¦Á -ketoglutarate blood

liver
glucose alanine ¦Á -ketoglutarate urea NH 3 NADH+H+
NAD+ H2O

oxaloacetate

pyruvate

glutamate

Powerpoint 9 alanine-glucose cycle 3 Synthesis of urea A moderately active man consuming about 300 gram of
14

carbohydrate, 100 gram of fat, and 100 gram of protein daily must excrete about 16.5 gram of nitrogen daily. 95 % of N is eliminated by kidneys and the remaining 5 % is in feces. The major pathway of nitrogen excretion in human is as urea synthesized in liver, released into blood, and cleared by the kidneys. Urea constitutes 80-90 % of nitrogen excreted. That means that the major fate of NH3 is to form urea. The formation of urea includes the synthesis of carbamoyl phosphate and ornithine cycle. This series of reactions occurs exclusively in the liver.
① Mitochondrial formation of carbamoyl phosphate

Carbamoyl phosphate synthetase I (CPS-I) catalyses the formation of carbamoyl phosphate from ammonia and CO2.
Mg2+ ,AGA

NH3 + CO2 + H2O + 2ATP CPS-I (AGA= N-acetyl glutamate)

H2-N-COO~P + 2ADP+Pi

CPS-I is an allosteric enzyme. N-acetyl glutamate is the allosteric activator.
② The synthesis of citrulline

Carbamoyl phosphate further reacts with ornithine to form citrulline under the catalysis of ornithine transcarbamoylase (ornithine carbamoyl transferase, OCT). This reaction occurs in mitochondria.
③ Arginine synthesis

Citrulline penerates mitochondrial membrane into cytosol, under the catalysis of argininosuccinate synthetase (ASS) citrulline reacts with aspartate to form argininosuccinate. ASS is the rate limiting enzyme of the ornithine cycle. This
15

reaction is ATP-consuming reaction.
④ Then argininosuccinate is split into two molecules: arginine

and fumarate. Of cause fumarate can be hydrated to malate and oxaloacetate. Oxaloacetate can be converted to aspartate by transamination.
⑤ Hydrolysis of arginine to urea and ornithine.

Arginase catalyzes the hydrolysis of arginine to urea. Ornithine formed can now pass back into the mitochondria.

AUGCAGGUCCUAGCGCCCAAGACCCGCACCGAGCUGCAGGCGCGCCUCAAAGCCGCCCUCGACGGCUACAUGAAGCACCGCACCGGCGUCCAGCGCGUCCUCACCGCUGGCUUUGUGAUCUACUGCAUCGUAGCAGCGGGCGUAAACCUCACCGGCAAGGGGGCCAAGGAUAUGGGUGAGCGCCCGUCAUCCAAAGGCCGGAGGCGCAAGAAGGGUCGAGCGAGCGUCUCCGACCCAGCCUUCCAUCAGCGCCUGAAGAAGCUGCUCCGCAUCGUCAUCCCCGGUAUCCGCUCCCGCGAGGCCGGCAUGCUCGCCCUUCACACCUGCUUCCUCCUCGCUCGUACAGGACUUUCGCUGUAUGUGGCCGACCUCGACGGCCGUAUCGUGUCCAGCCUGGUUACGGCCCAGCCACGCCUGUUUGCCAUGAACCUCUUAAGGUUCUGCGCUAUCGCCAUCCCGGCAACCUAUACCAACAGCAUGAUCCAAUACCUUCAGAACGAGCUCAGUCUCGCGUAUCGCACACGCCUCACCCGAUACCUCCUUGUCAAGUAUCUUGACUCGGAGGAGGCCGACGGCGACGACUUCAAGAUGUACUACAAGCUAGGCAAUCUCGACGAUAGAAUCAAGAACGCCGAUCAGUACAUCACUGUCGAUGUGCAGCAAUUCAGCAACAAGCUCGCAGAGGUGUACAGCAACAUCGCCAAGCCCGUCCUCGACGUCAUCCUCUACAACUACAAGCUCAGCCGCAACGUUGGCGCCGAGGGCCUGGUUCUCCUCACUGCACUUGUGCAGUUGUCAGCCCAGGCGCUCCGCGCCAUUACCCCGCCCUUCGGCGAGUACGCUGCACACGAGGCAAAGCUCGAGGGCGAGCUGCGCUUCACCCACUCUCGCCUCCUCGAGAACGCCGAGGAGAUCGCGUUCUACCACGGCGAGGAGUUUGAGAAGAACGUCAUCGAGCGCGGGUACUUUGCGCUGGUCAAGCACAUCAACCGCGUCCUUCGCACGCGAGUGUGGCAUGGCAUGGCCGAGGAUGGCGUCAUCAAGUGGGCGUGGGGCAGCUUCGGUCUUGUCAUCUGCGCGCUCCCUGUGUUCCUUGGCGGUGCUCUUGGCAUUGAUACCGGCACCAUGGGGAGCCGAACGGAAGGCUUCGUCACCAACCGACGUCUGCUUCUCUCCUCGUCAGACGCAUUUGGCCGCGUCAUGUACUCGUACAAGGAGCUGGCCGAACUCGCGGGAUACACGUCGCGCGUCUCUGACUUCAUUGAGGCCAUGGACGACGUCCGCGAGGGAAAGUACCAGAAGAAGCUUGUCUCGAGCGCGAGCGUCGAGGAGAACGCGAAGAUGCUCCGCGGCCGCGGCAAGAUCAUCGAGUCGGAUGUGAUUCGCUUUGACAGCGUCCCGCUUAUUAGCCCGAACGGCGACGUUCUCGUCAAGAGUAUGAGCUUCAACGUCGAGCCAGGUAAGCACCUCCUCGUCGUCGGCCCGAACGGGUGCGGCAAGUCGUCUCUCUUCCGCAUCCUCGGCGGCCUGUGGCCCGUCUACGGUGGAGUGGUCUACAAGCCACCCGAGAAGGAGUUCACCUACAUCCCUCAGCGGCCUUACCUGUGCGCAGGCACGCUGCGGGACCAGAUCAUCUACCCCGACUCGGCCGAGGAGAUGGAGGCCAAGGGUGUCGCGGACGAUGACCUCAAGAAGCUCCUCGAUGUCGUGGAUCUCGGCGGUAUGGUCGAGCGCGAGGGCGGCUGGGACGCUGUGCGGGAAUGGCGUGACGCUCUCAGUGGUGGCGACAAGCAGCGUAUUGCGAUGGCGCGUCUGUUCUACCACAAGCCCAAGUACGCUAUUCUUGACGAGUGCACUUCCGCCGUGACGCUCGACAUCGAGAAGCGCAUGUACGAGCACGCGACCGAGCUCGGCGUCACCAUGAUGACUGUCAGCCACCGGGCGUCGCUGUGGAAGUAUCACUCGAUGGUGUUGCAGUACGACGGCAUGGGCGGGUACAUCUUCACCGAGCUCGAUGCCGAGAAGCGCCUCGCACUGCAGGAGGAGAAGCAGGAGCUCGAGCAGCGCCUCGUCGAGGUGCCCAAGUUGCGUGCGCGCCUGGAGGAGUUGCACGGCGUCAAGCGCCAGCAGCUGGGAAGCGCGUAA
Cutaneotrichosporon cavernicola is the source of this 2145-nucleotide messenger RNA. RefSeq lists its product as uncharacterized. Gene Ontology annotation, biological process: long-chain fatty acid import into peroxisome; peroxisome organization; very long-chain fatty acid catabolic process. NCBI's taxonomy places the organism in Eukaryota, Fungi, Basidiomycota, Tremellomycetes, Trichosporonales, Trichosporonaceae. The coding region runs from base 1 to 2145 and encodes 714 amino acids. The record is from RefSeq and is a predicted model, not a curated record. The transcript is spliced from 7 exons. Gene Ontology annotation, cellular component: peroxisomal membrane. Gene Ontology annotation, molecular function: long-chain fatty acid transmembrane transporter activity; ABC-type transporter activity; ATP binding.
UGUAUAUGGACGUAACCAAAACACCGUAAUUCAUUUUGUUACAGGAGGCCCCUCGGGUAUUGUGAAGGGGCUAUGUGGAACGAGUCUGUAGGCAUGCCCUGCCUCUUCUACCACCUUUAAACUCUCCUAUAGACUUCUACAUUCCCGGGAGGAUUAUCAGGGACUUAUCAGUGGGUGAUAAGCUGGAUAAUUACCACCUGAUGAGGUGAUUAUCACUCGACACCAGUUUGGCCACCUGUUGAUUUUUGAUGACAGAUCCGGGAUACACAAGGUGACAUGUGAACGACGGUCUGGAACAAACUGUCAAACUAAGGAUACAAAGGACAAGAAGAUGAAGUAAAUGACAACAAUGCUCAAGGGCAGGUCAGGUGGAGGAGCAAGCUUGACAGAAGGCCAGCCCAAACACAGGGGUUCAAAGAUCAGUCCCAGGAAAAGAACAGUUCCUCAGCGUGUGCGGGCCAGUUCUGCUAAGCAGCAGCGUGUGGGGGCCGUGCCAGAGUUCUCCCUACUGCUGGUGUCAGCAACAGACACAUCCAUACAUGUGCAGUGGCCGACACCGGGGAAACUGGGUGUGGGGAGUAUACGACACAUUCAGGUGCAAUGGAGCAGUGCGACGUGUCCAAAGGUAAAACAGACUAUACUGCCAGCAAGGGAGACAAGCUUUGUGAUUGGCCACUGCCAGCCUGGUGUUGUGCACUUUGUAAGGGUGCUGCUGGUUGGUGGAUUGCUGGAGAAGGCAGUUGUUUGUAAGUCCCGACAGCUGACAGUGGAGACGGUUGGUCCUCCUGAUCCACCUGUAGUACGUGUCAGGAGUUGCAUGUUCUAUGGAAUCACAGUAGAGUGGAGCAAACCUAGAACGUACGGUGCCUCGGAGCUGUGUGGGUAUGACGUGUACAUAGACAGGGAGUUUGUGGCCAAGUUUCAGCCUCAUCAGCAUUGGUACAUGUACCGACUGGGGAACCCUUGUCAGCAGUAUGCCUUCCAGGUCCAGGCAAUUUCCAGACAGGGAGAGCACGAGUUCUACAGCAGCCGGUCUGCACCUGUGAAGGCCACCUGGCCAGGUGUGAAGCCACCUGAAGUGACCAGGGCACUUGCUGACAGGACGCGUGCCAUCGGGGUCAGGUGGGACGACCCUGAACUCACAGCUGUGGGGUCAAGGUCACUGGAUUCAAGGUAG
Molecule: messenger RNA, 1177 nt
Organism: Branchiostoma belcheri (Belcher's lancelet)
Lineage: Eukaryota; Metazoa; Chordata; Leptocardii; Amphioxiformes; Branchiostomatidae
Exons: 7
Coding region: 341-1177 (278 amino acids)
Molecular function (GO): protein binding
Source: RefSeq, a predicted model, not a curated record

NH 3 + CO2 2ATP carbamoyl phosphate synthetase I (CPS-I) H2O 2ADP+Pi

N-acetylglutamic acid (AGA)

H2N-COO¡« P

carbamoyl phosphate Pi
NH 2 CH2 CH2 CH2 CHNH 2 COOH OCT NH 2 C O NH CH2 CH2 CH2 CHNH 2 COOH

mitochondria cytosol

ornithine

citrulline ornithine
NH 2 C O NH 2 NH 2 C NH NH CH2 CH2 CH2 CHNH 2 COOH COOH CH2 CHNH 2 COOH

citrulline
ATP AMP+PPi ASS

¦Á -ketoglutarate

amino acid ¦Á -ketoacid

aspartate
COOH CH CH2 COOH

glutamate
COOH CH2 C=O COOH

urea
H2O

arginine

NH 2 C N NH CH2 CH2 CH2 CHNH 2 COOH

oxaloacetate

argininosuccinate
HOOCCH HCCOOH

COOH CH2 CHOH COOH

fumarate

malate

Powerpoint 10 ornithine cycle The total reaction is
2NH3 + CO2 + 3ATP + 3H2O  H2N-CO-NH2 + 2ADP +AMP + 4PI

16

§4 Metabolism of some specific amino acids 1. Decarboxylation of amino acids A few amino acids undergo decarboxylation in animal tissues to yield corresponding primary amines, which have special biological functions. Several specific decarboxylases are responsible for catalyzing these reactions. These enzymes require pyridoxal phosphate as the coenzyme and catalyze the removal of carboxyl group as CO2.
RCHNH2COOH CO2 RCH2NH2 decarboxylase (pyridoxal phosphate)

1-1

Formation of γ-aminobutyrate

γ-aminobutyric acid (GABA) as an important physiological active substance in brain is the product of decarboxylation of glutamate. GABA inhibits synaptic transmission.
COOH COOH glutamate CH2 decarboxylase CH2 CH2 CH2 CHNH 2 CH2 CO2 COOH NH 2 glutamate GABA COOH CH2 CH2 COOH succinate

1-2 Formation of taurine

Taurine is formed from cysteine via intermediate sulfoalanine.
CH2 SH CHNH 2 COOH CH2 SO3H CHNH 2 COOH CO2 CH2 SO3H CH2 NH 2

Taurine can combine with bile acids to form conjugated bile acids such as taurocholic acid and taurochenodeoxycholic acid. 1-3 Formation of histamine Histidine decarboxylase is present in mast cells, the major site of histamine formation. Histamine is a powerful vasodilator and in excessive concentrations may cause vascular collapse. Histamine
17

stimulates secretion of both pepsin and acid by stomach and is useful in study of gastric activity. 1-4 Formation of 5-hydroxytryptamine (monooxygenase) is then to 5-hydroxytryptophan, decarboxylated to the yield In brain tryptophan can be hydroxylated by tryptophan hydroxylase 5-hydroxytryptophan